An Excursion To Sparta And Maina
( Originally Published Early 1900's )
As we approached Sparta, the road descended to the banks of the Eurotas. Traces of the ancient walls which restrained the river still remain in places, but, in his shifting course, he has swept the most of them away, and spread his gravelly deposits freely over the bottoms enclosed between the spurs of the hills. Toward evening we saw, at a distance, the white houses of modern Sparta, and presently some indications of the ancient city. At first, the remains of terraces and ramparts, then the unmistakable Hellenic walls, and, as the superb plain of the Eurotas burst upon us, stretching, in garden-like beauty, to the foot of the abrupt hills, over which towered the sun-touched snows of Taygetus, we saw, close on our right, almost the only relic of the lost ages—the theater. Riding across the field of wheat, which extended all over the scene of the Spartan gymnastic exhibitions, we stood on the proscenium and contemplated these silent ruins, and the broad, beautiful landscape. It is one of the finest views in Greece—not so crowded with striking points, not so splendid in associations as that of Athens, but larger, grander, richer in coloring. Besides the theater, the only remains are some masses of Roman brickwork, and the massive substructions of a small temple which the natives call the tomb of Leonidas.
We spent the night in a comfortable house, which actually boasted of a floor, glass windows, and muslin curtains. On returning to the theater in the morning, we turned aside into a plowed field to inspect a sarcophagus which had just been discovered. It still lay in the pit where it was found, and was entire, with the exception of the lid. It was ten feet long by four broad, and was remarkable in having a division at one end, forming a smaller chamber. as if for the purpose of receiving the bones of a child. From the theater I made a sketch of the valley, with. the dazzling ridge of Taygetus in the rear, and Mistra, the medieval Sparta, hanging on the steep sides of one of his gorges. The sun was intensely hot, and we were glad to descend again, making our way through tall wheat, past walls of Roman brickwork and scattering blocks of the older city, to the tomb of Leonidas. This is said to be a temple, tho there are traces of vaults and passages beneath the pavement which do not quite harmonize with such a conjecture. It is composed of huge blocks of breccia, some of them thirteen feet long.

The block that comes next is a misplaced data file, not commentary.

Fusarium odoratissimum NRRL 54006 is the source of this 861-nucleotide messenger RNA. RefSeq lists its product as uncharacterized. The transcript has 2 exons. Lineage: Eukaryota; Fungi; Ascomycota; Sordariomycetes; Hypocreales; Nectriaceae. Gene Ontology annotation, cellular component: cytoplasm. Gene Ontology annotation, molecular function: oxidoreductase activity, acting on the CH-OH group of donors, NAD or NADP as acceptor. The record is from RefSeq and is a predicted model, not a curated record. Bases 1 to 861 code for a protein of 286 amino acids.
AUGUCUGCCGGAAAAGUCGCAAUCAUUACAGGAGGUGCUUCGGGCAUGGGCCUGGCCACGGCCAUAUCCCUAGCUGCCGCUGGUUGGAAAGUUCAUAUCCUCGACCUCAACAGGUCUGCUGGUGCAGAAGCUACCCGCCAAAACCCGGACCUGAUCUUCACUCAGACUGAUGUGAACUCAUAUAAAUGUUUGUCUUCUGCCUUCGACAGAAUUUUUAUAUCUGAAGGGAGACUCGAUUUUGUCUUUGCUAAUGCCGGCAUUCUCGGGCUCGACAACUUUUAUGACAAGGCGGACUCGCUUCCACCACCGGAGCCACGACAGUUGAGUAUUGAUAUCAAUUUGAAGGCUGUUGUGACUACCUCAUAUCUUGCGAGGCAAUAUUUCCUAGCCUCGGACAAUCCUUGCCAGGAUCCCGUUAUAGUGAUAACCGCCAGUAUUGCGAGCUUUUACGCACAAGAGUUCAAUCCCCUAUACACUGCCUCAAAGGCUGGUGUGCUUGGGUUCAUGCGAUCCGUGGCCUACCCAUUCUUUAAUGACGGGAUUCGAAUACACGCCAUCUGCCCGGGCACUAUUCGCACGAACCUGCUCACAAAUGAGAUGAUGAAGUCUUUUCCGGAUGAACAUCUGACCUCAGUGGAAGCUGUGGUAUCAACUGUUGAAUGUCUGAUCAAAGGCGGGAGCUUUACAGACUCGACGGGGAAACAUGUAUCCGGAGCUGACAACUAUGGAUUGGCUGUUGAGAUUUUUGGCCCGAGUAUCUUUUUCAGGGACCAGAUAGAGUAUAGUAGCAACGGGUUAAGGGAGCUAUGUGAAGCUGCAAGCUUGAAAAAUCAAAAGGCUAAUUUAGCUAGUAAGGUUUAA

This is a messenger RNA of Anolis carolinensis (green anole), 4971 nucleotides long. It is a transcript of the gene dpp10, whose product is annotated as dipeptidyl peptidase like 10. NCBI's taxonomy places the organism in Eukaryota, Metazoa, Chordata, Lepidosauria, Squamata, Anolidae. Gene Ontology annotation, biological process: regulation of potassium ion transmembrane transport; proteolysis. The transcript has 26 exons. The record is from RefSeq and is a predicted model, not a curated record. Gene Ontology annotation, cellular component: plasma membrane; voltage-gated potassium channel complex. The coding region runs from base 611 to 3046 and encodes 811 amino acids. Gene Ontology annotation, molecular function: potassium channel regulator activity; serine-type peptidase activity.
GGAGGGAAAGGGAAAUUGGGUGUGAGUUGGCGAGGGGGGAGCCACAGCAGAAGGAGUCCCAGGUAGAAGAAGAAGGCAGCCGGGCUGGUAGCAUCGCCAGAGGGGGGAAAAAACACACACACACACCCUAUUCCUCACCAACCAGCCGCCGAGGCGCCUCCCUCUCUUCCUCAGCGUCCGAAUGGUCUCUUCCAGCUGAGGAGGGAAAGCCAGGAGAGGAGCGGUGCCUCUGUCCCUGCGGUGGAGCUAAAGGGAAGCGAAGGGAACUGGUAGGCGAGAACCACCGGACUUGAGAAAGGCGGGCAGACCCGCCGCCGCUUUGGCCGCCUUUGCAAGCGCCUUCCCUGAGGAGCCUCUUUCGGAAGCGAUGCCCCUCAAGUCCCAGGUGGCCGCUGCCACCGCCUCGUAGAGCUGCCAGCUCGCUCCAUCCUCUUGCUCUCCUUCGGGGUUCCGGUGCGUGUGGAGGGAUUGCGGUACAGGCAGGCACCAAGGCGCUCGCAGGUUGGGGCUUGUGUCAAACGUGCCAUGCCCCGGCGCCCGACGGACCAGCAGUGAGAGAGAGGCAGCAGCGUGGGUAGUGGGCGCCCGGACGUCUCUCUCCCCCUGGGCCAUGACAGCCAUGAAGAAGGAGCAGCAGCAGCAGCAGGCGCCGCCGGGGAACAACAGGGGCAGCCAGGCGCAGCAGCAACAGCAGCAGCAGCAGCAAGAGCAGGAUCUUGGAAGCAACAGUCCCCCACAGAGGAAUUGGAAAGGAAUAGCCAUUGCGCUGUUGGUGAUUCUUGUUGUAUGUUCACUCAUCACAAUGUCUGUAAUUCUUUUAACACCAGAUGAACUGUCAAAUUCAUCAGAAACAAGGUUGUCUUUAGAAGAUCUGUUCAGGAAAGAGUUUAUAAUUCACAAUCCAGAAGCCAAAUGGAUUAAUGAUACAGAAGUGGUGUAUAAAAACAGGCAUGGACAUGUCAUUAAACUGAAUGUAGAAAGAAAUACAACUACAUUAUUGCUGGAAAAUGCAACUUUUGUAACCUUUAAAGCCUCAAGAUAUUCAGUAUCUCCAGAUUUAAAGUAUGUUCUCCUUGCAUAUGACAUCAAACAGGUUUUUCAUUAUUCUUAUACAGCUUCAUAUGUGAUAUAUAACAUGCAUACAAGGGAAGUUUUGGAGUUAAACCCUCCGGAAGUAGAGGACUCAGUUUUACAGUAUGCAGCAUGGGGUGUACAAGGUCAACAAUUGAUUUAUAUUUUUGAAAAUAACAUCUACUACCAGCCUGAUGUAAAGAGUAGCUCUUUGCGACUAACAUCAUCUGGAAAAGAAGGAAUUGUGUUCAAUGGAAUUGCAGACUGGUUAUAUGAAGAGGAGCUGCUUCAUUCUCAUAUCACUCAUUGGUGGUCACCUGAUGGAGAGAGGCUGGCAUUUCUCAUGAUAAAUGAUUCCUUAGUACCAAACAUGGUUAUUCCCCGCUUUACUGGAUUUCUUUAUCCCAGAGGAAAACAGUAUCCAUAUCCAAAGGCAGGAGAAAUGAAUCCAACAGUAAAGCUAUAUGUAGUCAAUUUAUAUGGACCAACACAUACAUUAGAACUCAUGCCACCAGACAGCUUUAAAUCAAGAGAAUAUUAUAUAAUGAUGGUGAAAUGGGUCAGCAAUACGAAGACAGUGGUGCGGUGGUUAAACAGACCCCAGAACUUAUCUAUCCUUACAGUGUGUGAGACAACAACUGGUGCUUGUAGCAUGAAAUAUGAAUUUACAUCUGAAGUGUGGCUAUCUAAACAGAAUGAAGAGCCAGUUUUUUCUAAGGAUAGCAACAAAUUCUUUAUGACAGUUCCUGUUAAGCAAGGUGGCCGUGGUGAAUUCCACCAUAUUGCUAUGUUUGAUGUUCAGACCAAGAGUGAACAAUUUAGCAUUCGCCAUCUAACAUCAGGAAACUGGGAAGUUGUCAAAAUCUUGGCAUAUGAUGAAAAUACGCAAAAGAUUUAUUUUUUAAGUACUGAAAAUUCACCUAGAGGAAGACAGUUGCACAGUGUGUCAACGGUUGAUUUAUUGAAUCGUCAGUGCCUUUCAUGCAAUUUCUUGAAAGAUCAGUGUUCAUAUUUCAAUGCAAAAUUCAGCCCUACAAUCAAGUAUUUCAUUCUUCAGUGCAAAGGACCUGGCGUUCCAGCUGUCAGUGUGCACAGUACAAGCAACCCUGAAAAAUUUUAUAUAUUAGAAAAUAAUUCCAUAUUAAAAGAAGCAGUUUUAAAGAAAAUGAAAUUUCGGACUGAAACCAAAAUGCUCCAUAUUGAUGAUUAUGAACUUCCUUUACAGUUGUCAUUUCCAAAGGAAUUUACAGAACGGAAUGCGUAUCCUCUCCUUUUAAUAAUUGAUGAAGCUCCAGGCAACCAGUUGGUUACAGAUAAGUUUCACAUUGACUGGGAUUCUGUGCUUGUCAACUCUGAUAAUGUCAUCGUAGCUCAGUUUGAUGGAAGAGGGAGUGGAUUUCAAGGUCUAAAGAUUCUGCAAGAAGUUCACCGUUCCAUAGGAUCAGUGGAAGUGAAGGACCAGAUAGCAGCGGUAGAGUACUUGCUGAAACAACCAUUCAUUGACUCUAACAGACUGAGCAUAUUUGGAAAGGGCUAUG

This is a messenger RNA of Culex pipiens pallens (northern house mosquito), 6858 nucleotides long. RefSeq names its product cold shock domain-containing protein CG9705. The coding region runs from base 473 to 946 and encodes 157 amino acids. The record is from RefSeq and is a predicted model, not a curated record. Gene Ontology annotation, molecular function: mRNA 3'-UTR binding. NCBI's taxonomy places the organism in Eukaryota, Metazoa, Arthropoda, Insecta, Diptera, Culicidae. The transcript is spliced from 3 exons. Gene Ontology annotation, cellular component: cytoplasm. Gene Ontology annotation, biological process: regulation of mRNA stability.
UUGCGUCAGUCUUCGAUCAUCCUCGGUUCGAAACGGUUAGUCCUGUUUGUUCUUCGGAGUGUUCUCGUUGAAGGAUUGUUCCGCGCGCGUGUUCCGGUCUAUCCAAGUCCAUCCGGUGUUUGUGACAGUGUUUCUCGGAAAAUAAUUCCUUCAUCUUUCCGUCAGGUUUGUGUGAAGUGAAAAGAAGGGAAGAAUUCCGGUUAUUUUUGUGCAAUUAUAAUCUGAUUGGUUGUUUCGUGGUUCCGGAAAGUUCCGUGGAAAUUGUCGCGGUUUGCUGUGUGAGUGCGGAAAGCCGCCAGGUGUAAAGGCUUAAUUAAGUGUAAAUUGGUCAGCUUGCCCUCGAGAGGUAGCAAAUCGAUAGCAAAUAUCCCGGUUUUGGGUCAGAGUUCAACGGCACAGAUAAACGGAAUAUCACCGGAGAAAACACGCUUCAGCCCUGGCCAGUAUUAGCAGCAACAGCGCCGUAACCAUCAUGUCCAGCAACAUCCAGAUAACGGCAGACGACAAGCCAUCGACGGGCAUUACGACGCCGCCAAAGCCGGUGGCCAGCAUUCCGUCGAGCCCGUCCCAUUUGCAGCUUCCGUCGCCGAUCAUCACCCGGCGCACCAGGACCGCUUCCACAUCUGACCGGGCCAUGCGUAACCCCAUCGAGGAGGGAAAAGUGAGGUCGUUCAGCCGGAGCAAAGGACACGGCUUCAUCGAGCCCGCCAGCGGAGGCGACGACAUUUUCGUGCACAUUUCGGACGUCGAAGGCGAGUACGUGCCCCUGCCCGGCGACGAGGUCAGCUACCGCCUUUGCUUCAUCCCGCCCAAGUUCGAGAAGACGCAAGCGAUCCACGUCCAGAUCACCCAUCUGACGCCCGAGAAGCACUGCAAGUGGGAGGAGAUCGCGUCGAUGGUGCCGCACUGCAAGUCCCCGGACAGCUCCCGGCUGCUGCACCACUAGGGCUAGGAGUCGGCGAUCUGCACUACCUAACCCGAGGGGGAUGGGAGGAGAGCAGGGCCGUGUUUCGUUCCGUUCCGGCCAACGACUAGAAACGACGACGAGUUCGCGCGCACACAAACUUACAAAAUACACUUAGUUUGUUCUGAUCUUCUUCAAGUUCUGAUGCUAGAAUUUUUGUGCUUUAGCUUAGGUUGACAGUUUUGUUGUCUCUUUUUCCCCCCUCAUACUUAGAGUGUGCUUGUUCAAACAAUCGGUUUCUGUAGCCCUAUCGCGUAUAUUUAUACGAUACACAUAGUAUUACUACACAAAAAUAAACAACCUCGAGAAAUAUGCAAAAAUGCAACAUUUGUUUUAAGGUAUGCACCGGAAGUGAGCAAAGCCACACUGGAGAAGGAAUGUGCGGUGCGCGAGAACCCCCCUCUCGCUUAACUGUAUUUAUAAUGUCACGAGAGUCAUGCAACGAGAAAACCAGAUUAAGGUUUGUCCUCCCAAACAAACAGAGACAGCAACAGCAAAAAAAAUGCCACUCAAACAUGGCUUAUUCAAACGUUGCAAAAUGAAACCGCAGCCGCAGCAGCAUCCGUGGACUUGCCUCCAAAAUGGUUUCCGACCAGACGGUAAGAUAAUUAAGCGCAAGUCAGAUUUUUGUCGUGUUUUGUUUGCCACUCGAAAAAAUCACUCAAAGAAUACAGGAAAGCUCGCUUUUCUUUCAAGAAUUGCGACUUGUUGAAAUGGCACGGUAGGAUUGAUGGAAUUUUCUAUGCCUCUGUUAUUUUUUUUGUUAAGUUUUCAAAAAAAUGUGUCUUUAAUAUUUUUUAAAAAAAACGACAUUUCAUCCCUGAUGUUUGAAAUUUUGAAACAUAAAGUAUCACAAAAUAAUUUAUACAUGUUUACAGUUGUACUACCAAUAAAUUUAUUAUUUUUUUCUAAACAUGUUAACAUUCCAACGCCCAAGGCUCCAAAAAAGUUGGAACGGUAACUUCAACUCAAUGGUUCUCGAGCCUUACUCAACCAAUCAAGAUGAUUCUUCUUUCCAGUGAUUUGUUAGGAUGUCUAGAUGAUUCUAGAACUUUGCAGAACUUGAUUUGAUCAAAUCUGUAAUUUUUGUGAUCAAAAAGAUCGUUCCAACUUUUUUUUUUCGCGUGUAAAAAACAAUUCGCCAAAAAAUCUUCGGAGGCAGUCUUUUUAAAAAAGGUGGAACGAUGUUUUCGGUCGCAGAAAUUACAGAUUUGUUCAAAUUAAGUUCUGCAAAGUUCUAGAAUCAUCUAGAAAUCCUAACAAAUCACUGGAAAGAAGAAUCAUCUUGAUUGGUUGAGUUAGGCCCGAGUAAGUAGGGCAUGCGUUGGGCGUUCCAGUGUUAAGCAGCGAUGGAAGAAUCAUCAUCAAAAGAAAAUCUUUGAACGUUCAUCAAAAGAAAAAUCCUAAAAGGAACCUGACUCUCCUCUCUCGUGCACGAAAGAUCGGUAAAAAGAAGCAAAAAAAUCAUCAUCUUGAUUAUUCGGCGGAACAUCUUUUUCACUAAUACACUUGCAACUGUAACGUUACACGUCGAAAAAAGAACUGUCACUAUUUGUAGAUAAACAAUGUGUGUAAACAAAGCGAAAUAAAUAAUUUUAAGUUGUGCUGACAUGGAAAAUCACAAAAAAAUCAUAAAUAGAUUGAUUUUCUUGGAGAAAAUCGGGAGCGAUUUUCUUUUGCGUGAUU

I determined to make an excursion to Mains,. This is a region rarely visited by travelers, who are generally frightened off by the reputation of its inhabitants, who are considered by the Greeks to be bandits and cut-throats to a man. The Mainotes are, for the most part. lineal descendants of the ancient Spartans, and, from the decline of the Roman power up to the present century, have preserved a virtual independence in their mountain fastnesses. The worship of the pagan deities existed among them as late as the eighth century. They were never conquered by the Turks, and it required considerable management to bring them under the rule of Otho.